For 8 months now, I’ve been parenting a two-year-old and a three-year-old. Two under two has nothing on the phase of “No! I do it by myself.” And all the crying that comes with not necessarily being able to do so.
Really, all it took was being on the verge of their respective second birthdays and both of my kids started acting like full-blown toddlers. A desire to be independent took precedence above all else.
I mean who needs one’s dignity when you can throw yourself on the cement floor of Costco and flail to prove your point?
If there were bonus points for determination and being strong-willed, my kids would be winning in spades. Instead, they have a mother who is eternally grateful to the good Lord above that there is such thing as an early bedtime and wine at the end of the night.
Despite wanting to be in control of everything, my two-year-old son likes being really close to his mama. At home, he often holds my hand and throughout the day wants to snuggle. Any event that takes him away from me makes him “miss mama so much.” In contrast, my daughter is more inclined to say “I need space!”
An early crawler, walker and talker, I noticed quickly there was no dust that settled on my oldest child. When we started attending an early learning centre when my son was three-months-old and she was 18-months, she was rarely near me. I would barely have the chance to take her jacket, and she would be off. Moving through each centre at such a rapid rate, I had no clue if she was gaining anything from our attendance.
When the time for preschool rolled around, I knew she was ready, but I wasn’t entirely. Mere moments after entering the cloakroom on her first day of school, she noticed a little girl crying because she missed her mommy. My daughter sat down beside her, asked to be her friend, and waved me goodbye.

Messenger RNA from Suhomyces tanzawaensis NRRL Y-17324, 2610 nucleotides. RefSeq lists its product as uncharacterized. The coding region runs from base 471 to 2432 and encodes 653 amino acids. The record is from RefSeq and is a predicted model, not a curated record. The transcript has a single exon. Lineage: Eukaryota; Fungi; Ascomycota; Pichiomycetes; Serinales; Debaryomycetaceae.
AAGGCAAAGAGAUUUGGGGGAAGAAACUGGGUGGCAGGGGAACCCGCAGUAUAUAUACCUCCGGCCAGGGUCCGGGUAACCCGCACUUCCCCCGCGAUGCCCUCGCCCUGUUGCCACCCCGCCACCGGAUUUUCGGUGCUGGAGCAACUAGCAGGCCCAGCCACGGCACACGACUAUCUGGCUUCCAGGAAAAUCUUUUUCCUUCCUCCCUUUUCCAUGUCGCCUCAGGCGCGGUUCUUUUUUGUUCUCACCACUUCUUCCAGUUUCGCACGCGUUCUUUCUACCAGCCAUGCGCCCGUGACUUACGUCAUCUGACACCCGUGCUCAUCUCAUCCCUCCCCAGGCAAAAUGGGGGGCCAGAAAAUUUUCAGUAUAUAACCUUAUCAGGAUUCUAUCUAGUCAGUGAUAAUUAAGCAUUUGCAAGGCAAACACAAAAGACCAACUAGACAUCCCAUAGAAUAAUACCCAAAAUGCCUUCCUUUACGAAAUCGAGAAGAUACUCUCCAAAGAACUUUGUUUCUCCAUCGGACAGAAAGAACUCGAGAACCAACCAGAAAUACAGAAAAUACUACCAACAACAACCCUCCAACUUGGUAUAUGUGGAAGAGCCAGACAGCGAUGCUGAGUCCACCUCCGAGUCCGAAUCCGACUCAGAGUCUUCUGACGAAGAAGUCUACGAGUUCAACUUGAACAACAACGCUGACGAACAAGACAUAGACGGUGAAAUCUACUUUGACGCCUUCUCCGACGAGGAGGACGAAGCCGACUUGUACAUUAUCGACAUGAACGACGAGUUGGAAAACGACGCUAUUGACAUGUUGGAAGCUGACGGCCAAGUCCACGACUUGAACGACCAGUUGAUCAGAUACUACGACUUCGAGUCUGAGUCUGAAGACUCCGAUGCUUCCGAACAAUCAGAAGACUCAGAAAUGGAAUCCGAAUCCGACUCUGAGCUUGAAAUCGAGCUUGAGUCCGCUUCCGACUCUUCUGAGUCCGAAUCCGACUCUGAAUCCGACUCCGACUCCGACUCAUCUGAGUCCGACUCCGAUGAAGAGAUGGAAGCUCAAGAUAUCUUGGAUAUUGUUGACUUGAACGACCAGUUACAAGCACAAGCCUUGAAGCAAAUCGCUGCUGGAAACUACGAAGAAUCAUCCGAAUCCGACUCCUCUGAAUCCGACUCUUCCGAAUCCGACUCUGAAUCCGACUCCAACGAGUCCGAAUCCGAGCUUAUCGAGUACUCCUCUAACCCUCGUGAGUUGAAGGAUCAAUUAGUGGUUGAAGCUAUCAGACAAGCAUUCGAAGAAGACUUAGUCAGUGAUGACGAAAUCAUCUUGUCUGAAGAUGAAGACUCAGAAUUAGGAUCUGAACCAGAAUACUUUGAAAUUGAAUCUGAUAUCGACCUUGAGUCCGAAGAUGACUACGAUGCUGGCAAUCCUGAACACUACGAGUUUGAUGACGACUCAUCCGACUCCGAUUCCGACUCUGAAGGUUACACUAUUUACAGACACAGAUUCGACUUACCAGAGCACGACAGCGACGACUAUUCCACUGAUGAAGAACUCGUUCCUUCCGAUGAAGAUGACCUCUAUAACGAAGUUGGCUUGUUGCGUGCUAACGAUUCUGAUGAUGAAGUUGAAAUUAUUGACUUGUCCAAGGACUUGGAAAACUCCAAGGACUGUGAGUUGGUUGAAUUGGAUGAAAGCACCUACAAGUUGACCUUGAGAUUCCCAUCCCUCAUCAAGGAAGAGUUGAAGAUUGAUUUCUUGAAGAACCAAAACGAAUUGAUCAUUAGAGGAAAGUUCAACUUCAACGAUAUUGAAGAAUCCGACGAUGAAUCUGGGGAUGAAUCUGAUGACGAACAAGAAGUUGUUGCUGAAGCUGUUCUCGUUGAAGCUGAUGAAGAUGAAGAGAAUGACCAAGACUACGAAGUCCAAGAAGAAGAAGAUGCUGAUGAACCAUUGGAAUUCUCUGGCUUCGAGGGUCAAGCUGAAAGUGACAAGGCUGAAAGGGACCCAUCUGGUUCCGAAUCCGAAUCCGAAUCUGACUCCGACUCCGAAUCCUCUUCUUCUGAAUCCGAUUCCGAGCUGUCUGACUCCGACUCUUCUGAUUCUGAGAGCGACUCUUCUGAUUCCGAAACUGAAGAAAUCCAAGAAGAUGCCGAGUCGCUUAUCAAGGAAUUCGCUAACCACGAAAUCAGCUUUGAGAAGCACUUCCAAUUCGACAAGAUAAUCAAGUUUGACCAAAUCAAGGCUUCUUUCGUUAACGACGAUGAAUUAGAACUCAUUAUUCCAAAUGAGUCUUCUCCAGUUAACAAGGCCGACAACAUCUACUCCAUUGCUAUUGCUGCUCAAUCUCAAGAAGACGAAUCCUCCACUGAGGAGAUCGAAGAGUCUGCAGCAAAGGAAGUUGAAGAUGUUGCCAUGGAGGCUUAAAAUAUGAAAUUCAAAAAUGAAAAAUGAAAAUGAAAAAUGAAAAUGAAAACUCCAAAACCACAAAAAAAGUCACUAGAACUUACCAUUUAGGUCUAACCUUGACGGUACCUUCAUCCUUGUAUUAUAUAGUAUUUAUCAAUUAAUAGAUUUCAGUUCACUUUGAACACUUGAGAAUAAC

Where I’ve Failed my Strong-Willed, Independent Child
Because of being a strong-willed, independent child myself, and because of how my daughter is, I tend to give her a lot of space to be autonomous. I give her lots of choices when the results aren’t consequential.
She has a lot of free-play time.
At the park, I sit far back and watch her, occasionally engaging my son.
If I want to cuddle, I go to the little guy who wants to be near me. Even though I’ve tried to parent my daughter to the best of my understanding of her, I have made a mistake.
Yes, she wants her independence in a fierce way.
And yes, there are innumerable benefits to free, unstructured play.
And absolutely, I’ve given my daughter what she has expressed she wants.
Though she is generally happy, there are times she acts out. And when those times come they tend to intensify slowly, becoming more intense with time.
Through this, I have began to come to a realization. In giving her such space, while still keeping her brother close, I’m denying her something she actually needs – my attention. Of course, I read to her at night and craft with her in the day. We frequently talk about favourites of hers and I tell her countless stories when we are driving or waiting in line somewhere. I hold her when she is hurt and get down to her level when she’s made a bad choice.
But I don’t spend as much time with her as I do my son.
I don’t hold her enough just because I want to hold her. I don’t chase her as she attempts to outrun the wind, or choose to follow closely behind her as she forges her own path through the forest with friends.
I haven’t done these things because I have taken her word at face value. I have failed to analyze and infer what is best for her. I haven’t been close to her when she hasn’t asked for space because I’ve assumed she always wants space. I realize, however, that I have let her down in respecting her autonomy too much. And so, I am changing the default of my parenting. I’m snuggling into her when she’s on her own. I’m coming along side her to bask in her wonderment. I’m chasing her as she forges her on path. And in doing so, my daughter and I have a greater relationship.I'm changing the default of my #parenting after I realized the mistake I was making. Click To Tweet